Shielded turbine rotor
A turbine rotor includes a rotor disk having a plurality of dovetail slots defining therebetween respective disk posts. Each post has a top land and a plurality of tangs spaced radially therebelow inside adjacent ones of the slots. A plurality of turbine blades each having a dovetail are mounted in respective ones of the dovetail slots for radially retaining the blades. A platform is joined integrally with the dovetail and extends circumferentially to adjoin adjacent ones of the platforms to define a radially inner flowpath. An airfoil extends integrally from the platform for extracting energy from combustion gases flowable thereover. A thermal barrier coating is fixedly bonded to each of the disk post top lands for providing thermal insulation between the platforms and the disk posts for reducing disk post temperature.
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The present invention relates generally to gas turbine engines, and, more specifically, to turbine rotors therein.
A gas turbine engine includes a compressor for pressurizing air which is channeled to a combustor wherein it is mixed with fuel and ignited for generating hot combustion gases which flow downstream through one or more turbines which extract energy for powering the compressor and providing useful work. The turbine stages include stationary turbine nozzles and rotating turbine rotors through which the hot combustion gases flow. Vanes in the nozzles, and blades in the rotor are usually hollow for channeling therethrough a portion of air bled from the compressor for suitably cooling the turbine components from the substantial elevated temperature of the combustion gases.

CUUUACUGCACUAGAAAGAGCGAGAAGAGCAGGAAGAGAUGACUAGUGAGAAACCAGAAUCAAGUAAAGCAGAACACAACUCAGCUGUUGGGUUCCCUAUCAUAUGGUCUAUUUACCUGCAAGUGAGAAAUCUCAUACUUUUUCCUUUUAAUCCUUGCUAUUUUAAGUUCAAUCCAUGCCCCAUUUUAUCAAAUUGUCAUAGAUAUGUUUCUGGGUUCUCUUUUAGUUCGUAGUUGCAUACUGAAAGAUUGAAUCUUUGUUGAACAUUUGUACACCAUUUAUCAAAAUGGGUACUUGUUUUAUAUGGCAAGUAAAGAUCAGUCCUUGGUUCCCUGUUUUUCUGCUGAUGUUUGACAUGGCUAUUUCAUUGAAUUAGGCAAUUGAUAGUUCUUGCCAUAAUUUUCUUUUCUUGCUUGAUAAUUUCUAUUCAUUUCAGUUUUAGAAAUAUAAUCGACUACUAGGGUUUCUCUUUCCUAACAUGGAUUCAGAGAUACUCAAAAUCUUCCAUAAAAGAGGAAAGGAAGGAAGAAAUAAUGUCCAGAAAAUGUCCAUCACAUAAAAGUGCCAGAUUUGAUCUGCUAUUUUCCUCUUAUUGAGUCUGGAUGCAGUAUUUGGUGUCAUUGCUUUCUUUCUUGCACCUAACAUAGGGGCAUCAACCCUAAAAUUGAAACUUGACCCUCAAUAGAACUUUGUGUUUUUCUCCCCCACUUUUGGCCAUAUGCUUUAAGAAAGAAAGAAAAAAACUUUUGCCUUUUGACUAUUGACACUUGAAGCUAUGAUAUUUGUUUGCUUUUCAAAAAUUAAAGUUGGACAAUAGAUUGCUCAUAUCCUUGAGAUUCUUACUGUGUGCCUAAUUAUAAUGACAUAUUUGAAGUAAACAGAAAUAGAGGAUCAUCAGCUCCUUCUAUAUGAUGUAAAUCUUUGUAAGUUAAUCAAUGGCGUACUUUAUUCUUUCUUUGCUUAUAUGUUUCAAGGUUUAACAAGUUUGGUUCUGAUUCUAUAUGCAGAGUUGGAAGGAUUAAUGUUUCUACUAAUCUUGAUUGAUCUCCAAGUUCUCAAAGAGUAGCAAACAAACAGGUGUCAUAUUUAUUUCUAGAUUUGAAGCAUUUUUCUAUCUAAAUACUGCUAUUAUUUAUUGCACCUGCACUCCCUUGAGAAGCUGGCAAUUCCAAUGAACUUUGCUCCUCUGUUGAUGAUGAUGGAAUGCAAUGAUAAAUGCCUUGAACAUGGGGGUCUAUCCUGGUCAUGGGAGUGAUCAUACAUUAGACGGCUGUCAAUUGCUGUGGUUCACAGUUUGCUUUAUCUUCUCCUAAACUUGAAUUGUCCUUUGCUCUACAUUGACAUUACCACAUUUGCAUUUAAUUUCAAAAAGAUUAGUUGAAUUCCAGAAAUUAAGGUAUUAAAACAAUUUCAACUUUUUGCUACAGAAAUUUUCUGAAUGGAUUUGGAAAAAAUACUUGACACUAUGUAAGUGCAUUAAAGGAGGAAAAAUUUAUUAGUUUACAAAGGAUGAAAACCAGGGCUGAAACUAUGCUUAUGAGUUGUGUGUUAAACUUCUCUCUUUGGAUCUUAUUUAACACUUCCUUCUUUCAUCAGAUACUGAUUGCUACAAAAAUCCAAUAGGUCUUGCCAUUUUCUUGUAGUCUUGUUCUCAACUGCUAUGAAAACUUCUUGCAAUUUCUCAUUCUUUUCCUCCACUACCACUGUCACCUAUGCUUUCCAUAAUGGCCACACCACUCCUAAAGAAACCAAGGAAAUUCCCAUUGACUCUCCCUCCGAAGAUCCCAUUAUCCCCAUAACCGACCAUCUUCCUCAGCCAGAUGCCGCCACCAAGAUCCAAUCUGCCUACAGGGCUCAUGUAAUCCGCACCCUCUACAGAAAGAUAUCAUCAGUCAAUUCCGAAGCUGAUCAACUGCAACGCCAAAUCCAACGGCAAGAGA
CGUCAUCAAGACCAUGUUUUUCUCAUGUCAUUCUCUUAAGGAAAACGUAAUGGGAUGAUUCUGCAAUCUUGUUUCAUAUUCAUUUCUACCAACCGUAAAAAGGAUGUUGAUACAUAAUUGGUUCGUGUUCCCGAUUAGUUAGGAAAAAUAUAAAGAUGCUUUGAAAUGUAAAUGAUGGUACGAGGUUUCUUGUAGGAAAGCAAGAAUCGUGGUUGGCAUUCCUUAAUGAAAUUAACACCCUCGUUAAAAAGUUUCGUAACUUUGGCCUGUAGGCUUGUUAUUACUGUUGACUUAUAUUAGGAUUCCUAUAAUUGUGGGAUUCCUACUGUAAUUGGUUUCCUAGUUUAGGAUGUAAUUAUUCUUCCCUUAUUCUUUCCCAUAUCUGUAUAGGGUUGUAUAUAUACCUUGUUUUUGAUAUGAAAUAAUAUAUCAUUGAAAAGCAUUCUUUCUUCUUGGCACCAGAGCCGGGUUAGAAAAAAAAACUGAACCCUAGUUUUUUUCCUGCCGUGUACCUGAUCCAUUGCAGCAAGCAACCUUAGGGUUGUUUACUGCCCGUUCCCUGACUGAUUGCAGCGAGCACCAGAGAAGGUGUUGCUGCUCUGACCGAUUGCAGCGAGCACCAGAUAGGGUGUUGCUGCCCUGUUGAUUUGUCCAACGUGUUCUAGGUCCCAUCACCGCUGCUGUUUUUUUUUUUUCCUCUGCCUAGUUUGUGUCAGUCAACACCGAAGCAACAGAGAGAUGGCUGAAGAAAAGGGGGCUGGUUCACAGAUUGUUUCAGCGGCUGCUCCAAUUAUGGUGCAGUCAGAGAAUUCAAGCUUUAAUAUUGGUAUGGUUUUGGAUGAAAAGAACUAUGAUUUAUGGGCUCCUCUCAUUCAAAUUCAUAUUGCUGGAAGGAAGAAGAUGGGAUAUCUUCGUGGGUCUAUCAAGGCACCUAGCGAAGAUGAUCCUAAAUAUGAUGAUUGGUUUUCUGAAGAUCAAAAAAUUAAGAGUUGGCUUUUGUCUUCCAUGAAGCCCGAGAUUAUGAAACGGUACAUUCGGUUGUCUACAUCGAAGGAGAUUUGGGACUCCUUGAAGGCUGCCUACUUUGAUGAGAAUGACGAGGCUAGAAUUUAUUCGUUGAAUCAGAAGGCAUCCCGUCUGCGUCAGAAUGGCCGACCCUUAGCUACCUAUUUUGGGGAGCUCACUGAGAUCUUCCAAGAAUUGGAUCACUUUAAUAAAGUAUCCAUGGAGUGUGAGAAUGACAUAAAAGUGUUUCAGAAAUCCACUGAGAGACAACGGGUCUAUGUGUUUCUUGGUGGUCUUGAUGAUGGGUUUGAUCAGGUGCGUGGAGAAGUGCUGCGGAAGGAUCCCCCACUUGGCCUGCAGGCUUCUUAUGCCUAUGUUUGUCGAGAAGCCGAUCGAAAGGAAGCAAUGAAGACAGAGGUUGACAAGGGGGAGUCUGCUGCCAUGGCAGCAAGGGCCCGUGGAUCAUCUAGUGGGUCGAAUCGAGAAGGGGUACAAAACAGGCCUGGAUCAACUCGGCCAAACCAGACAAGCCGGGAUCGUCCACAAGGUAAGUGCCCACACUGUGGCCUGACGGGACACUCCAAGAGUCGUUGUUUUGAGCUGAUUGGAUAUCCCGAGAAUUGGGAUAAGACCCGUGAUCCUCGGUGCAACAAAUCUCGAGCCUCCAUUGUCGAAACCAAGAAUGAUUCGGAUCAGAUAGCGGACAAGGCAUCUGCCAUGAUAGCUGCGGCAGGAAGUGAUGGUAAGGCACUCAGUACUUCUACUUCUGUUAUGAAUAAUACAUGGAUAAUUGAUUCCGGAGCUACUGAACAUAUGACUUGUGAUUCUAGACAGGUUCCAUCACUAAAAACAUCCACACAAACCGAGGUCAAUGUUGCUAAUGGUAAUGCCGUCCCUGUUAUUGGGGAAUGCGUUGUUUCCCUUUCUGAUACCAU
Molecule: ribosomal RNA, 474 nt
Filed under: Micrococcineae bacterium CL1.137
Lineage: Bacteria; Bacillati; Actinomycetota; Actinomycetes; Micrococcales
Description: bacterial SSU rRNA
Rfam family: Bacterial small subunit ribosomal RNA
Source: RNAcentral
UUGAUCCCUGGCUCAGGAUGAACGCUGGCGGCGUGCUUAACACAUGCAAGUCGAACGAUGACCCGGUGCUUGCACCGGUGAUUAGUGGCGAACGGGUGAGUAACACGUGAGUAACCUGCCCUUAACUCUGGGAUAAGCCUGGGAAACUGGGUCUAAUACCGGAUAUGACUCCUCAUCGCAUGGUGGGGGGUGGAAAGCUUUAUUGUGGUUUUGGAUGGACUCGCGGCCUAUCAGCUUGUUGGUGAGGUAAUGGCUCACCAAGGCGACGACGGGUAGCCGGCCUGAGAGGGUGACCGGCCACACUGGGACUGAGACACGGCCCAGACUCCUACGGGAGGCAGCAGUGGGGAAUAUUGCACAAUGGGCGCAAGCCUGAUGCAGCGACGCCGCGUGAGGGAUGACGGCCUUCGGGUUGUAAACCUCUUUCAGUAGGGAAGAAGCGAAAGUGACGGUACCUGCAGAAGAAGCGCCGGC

A typical turbine rotor includes a rotor disk having axial entry dovetail slots around the perimeter thereof which define corresponding disk posts. The dovetail slots receive corresponding axial dovetails of the turbine blades which are radially retained by the disk posts. Each of the blades also includes an integral platform between an airfoil portion and the dovetail, with the platforms collectively defining a radially inner flowpath boundary for the combustion gases which flow axially between the adjacent blade airfoils. An annular shroud surrounds the airfoils and provides a radially outer flowpath boundary for the combustion gases. The individual airfoils, and the radially outer surfaces of the integral platforms therefore are directly exposed to the hot combustion gases and heated thereby.
In order to ensure an effective useful life of the turbine blades during operation, they are typically made from conventional cobalt or nickel based superalloys having suitable strength at elevated temperature. The blade material may be further protected from the adverse affects of the hot combustion gases by coating the airfoil portion with a conventional gas impervious environmental coating to protect the airfoil surface against undesirable oxidation during operation. The airfoils may also be additionally coated with a gas permeable thermal barrier coating (TBC) for providing heat insulation against the elevated temperature of the combustion gases. In this way, the airfoil which is directly exposed to the hot combustion gases may be further protected therefrom by using the TBC and environmental coating if desired.
However, the turbine airfoils and integral platforms still operate at a substantially elevated temperature typically requiring internal cooling of the airfoils themselves, as well as suitable heat protection of the adjacent components. For example, the turbine blades are mounted to the rotor disk with the integral blade platforms providing a direct thermal shield above the rotor disk preventing contact therewith by the combustion gases. The cooling air channeled to the turbine airfoils is provided thereto through the dovetail slots in the turbine rotor, with the cooling air also being effective for cooling the turbine rotor in the region of the dovetail slots. In the disk post cavities found between the disk posts and the underside of the blade platforms, additional bleed air referred to as purge air is channeled therethrough.